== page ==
Saturday I went for a long run (9 miles) on hutchinson island, site of a previous post involving flies and spiders. This time around the bugs were in full force, landing on my head while I was running and biting me whenever I stopped flailing my limbs like a lunatic. Spiders were less prevelant as the Sasquatching through the woods part was minimal.
I recently bought a handheld chums bottle because it was on sale at The Clymb (email me for an invite so I can get free stuff doodz). Wasn't sure how I would like it, but decided to give it a try. It was great. The extra weight is negligible and on hot days like today, having water makes the run a lot more enjoyable.
Saw two gigantic cargo ships. Again, pictures don't do justice to these. Each of the containers is as large as a semi truck trailer. It's always shocking to see these things gliding up the river because you'll pop out of the trees and there will be a gigantic skyscraper-high ship in front of you that is remarkably quiet.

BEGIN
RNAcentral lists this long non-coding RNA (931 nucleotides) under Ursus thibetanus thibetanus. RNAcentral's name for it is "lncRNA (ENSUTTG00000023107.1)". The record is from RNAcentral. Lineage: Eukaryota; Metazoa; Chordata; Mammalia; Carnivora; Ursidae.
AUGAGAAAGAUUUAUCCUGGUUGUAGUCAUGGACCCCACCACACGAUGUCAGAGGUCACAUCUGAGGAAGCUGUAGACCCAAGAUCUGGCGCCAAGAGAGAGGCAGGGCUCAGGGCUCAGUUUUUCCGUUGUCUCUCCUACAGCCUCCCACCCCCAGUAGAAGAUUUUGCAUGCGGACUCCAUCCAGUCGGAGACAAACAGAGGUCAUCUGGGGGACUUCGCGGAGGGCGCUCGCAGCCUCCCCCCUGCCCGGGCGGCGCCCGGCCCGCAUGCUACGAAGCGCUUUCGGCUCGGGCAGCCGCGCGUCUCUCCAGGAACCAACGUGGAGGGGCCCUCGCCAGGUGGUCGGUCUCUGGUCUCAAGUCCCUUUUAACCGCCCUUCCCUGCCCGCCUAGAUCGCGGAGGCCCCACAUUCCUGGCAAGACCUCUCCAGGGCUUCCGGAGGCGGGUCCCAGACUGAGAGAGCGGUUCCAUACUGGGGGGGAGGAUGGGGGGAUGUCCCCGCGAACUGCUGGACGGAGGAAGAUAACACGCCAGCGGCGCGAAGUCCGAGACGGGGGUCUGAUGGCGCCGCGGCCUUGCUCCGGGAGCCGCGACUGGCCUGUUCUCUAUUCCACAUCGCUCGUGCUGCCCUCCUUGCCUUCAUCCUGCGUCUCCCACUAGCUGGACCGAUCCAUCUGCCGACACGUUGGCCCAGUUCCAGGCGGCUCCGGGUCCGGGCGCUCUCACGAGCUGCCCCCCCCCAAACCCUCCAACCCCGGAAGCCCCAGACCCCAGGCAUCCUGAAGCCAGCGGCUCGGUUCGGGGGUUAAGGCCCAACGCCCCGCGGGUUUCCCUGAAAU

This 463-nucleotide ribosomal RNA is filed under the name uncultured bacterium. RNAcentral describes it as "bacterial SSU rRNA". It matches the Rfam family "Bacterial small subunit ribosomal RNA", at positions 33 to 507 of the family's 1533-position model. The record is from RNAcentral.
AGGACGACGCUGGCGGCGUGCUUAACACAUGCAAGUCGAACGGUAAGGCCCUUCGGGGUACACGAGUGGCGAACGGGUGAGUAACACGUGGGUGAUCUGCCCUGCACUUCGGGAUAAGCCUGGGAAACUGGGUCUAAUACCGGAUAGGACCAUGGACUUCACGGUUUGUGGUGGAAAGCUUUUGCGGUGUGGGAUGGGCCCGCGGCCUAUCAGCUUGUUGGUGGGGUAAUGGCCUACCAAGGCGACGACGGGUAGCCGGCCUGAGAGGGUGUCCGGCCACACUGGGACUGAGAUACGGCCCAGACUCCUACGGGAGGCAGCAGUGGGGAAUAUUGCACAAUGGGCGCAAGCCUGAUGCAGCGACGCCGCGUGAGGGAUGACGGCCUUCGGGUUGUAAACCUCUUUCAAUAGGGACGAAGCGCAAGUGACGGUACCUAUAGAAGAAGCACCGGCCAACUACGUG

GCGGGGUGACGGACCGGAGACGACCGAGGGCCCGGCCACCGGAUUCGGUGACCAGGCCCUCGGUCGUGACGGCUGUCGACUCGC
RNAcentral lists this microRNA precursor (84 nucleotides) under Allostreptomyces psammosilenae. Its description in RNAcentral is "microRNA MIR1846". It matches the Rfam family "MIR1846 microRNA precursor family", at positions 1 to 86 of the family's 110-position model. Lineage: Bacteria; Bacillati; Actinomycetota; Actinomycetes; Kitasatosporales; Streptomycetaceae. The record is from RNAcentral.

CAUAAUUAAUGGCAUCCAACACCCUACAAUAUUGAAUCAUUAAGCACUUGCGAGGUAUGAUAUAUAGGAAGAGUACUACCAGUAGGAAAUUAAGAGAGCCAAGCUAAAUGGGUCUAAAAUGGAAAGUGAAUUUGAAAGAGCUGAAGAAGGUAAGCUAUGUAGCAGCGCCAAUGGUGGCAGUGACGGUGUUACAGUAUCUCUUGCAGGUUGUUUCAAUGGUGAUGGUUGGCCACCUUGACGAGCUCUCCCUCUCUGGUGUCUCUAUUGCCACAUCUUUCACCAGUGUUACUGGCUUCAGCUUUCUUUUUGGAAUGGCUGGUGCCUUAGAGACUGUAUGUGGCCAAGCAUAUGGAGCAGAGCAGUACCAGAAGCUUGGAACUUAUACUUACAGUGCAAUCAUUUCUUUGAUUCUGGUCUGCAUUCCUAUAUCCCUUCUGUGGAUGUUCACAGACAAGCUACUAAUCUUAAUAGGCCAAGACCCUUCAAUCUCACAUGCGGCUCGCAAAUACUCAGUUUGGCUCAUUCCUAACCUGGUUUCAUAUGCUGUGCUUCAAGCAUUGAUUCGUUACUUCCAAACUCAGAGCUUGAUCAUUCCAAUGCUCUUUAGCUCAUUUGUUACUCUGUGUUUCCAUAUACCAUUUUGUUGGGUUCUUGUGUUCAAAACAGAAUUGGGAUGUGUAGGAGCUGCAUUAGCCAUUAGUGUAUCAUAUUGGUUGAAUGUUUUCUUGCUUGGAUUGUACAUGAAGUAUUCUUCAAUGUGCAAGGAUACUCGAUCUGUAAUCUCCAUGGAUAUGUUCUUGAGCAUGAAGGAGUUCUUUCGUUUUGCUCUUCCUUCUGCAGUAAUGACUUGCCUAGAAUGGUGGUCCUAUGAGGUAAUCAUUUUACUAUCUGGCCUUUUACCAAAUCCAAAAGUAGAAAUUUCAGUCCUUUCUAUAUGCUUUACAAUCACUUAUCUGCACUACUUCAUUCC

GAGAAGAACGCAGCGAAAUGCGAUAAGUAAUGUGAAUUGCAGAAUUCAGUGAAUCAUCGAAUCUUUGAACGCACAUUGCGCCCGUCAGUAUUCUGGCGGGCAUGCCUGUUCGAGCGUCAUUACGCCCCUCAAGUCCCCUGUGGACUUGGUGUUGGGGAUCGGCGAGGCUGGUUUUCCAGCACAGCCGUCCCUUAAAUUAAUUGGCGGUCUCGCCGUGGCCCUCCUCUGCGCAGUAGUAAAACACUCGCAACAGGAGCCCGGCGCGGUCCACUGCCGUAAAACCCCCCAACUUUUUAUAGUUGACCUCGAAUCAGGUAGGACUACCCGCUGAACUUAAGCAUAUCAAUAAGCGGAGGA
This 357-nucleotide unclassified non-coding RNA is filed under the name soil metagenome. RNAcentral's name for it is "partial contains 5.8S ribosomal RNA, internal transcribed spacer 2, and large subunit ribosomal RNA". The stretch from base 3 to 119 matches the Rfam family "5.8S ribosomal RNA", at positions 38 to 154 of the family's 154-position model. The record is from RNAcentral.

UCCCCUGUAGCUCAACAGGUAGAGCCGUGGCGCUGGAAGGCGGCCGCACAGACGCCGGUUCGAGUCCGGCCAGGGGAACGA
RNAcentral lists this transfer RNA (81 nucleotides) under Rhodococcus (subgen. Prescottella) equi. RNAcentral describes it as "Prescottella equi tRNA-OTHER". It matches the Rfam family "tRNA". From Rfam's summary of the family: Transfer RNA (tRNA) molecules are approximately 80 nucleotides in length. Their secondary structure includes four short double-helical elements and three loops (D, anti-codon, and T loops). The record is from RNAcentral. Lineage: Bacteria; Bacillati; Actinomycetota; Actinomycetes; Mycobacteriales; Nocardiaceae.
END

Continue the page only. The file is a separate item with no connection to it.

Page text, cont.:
I settled on an electrolyte supplement (aka dirt from The Great Salt Lake) that includes trace minerals. I figure I'm deficient in something after so much sweating, so I'll go with the shotgun approach. I have a hunch that I have been running deficient in most electrolytes, because I prefer water and sweat like a hog. Some electrolytes, like potassium, are not quickly replenished either, so I reckon it may take some time to get back to normal. Interested to see if this makes a noticeable difference in my energy and/or endurance level. I've been lethargic and sluggish on runs for a long time now (years). Carbs help, but I haven't gotten back to my old spastic energy levels.
I also ran over the Talmadge bridge, one of the few places in Savannah besides stairs where one can experience what is known colloquially as "elevation change" The bridge is named after Eugene Talmadge, a former Georgia governor who supported segregation. The Georgia legislature is debating changing the name because of this. I would prefer it be called "the large cable-suspended bridge visible from various parts of Savannah extending from Georgia to South Carolina, under which pass numerous large cargo ships."